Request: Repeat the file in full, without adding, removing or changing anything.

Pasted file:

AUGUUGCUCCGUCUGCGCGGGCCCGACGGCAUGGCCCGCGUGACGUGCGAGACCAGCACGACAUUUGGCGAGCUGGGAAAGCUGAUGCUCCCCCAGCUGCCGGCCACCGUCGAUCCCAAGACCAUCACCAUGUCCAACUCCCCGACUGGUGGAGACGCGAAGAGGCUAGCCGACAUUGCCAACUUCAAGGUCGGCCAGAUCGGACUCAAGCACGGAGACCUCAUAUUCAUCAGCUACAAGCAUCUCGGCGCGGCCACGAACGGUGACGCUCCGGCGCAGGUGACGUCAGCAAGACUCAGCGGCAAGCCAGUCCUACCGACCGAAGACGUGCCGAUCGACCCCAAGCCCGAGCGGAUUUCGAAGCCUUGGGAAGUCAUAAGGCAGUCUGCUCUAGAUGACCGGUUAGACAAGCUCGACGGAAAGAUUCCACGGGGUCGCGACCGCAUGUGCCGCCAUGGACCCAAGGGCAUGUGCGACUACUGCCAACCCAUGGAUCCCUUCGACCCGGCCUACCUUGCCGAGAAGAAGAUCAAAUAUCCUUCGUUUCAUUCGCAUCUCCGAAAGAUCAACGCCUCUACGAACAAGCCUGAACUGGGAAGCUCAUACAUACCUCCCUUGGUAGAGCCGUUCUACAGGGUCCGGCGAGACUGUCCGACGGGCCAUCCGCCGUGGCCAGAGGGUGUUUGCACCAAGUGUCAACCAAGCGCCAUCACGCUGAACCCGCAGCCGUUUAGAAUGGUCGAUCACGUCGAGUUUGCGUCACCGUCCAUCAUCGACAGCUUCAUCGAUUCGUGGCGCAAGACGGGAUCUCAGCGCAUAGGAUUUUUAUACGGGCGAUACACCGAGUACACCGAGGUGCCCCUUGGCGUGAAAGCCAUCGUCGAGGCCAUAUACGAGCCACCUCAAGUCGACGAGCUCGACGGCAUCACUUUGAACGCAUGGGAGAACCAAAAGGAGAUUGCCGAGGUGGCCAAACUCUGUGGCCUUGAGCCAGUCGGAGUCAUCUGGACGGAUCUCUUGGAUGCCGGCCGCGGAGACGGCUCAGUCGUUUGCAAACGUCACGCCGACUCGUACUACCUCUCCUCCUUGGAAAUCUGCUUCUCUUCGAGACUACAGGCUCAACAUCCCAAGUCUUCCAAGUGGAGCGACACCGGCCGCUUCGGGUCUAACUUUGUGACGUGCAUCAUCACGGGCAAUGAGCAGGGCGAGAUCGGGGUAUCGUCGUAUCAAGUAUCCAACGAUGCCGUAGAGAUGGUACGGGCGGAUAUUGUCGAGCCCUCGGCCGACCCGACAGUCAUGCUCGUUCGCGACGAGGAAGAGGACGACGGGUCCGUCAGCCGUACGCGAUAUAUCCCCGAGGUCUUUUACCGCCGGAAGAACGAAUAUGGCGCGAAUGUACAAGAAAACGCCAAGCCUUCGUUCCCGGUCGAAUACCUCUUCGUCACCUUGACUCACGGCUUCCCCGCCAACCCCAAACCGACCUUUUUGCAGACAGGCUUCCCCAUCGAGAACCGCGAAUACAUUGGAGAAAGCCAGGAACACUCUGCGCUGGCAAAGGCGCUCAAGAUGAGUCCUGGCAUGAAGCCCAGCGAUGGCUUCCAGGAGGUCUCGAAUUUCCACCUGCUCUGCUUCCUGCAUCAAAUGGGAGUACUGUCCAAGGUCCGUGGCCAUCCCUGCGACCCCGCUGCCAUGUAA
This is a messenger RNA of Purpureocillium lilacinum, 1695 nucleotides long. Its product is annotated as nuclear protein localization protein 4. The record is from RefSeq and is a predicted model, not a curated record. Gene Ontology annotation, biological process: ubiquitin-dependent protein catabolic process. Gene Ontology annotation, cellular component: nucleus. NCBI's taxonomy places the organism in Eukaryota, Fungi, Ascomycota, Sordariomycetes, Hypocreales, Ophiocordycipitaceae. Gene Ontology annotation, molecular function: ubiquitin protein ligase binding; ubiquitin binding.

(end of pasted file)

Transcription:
AUGUUGCUCCGUCUGCGCGGGCCCGACGGCAUGGCCCGCGUGACGUGCGAGACCAGCACGACAUUUGGCGAGCUGGGAAAGCUGAUGCUCCCCCAGCUGCCGGCCACCGUCGAUCCCAAGACCAUCACCAUGUCCAACUCCCCGACUGGUGGAGACGCGAAGAGGCUAGCCGACAUUGCCAACUUCAAGGUCGGCCAGAUCGGACUCAAGCACGGAGACCUCAUAUUCAUCAGCUACAAGCAUCUCGGCGCGGCCACGAACGGUGACGCUCCGGCGCAGGUGACGUCAGCAAGACUCAGCGGCAAGCCAGUCCUACCGACCGAAGACGUGCCGAUCGACCCCAAGCCCGAGCGGAUUUCGAAGCCUUGGGAAGUCAUAAGGCAGUCUGCUCUAGAUGACCGGUUAGACAAGCUCGACGGAAAGAUUCCACGGGGUCGCGACCGCAUGUGCCGCCAUGGACCCAAGGGCAUGUGCGACUACUGCCAACCCAUGGAUCCCUUCGACCCGGCCUACCUUGCCGAGAAGAAGAUCAAAUAUCCUUCGUUUCAUUCGCAUCUCCGAAAGAUCAACGCCUCUACGAACAAGCCUGAACUGGGAAGCUCAUACAUACCUCCCUUGGUAGAGCCGUUCUACAGGGUCCGGCGAGACUGUCCGACGGGCCAUCCGCCGUGGCCAGAGGGUGUUUGCACCAAGUGUCAACCAAGCGCCAUCACGCUGAACCCGCAGCCGUUUAGAAUGGUCGAUCACGUCGAGUUUGCGUCACCGUCCAUCAUCGACAGCUUCAUCGAUUCGUGGCGCAAGACGGGAUCUCAGCGCAUAGGAUUUUUAUACGGGCGAUACACCGAGUACACCGAGGUGCCCCUUGGCGUGAAAGCCAUCGUCGAGGCCAUAUACGAGCCACCUCAAGUCGACGAGCUCGACGGCAUCACUUUGAACGCAUGGGAGAACCAAAAGGAGAUUGCCGAGGUGGCCAAACUCUGUGGCCUUGAGCCAGUCGGAGUCAUCUGGACGGAUCUCUUGGAUGCCGGCCGCGGAGACGGCUCAGUCGUUUGCAAACGUCACGCCGACUCGUACUACCUCUCCUCCUUGGAAAUCUGCUUCUCUUCGAGACUACAGGCUCAACAUCCCAAGUCUUCCAAGUGGAGCGACACCGGCCGCUUCGGGUCUAACUUUGUGACGUGCAUCAUCACGGGCAAUGAGCAGGGCGAGAUCGGGGUAUCGUCGUAUCAAGUAUCCAACGAUGCCGUAGAGAUGGUACGGGCGGAUAUUGUCGAGCCCUCGGCCGACCCGACAGUCAUGCUCGUUCGCGACGAGGAAGAGGACGACGGGUCCGUCAGCCGUACGCGAUAUAUCCCCGAGGUCUUUUACCGCCGGAAGAACGAAUAUGGCGCGAAUGUACAAGAAAACGCCAAGCCUUCGUUCCCGGUCGAAUACCUCUUCGUCACCUUGACUCACGGCUUCCCCGCCAACCCCAAACCGACCUUUUUGCAGACAGGCUUCCCCAUCGAGAACCGCGAAUACAUUGGAGAAAGCCAGGAACACUCUGCGCUGGCAAAGGCGCUCAAGAUGAGUCCUGGCAUGAAGCCCAGCGAUGGCUUCCAGGAGGUCUCGAAUUUCCACCUGCUCUGCUUCCUGCAUCAAAUGGGAGUACUGUCCAAGGUCCGUGGCCAUCCCUGCGACCCCGCUGCCAUGUAA
This is a messenger RNA of Purpureocillium lilacinum, 1695 nucleotides long. Its product is annotated as nuclear protein localization protein 4. The record is from RefSeq and is a predicted model, not a curated record. Gene Ontology annotation, biological process: ubiquitin-dependent protein catabolic process. Gene Ontology annotation, cellular component: nucleus. NCBI's taxonomy places the organism in Eukaryota, Fungi, Ascomycota, Sordariomycetes, Hypocreales, Ophiocordycipitaceae. Gene Ontology annotation, molecular function: ubiquitin protein ligase binding; ubiquitin binding.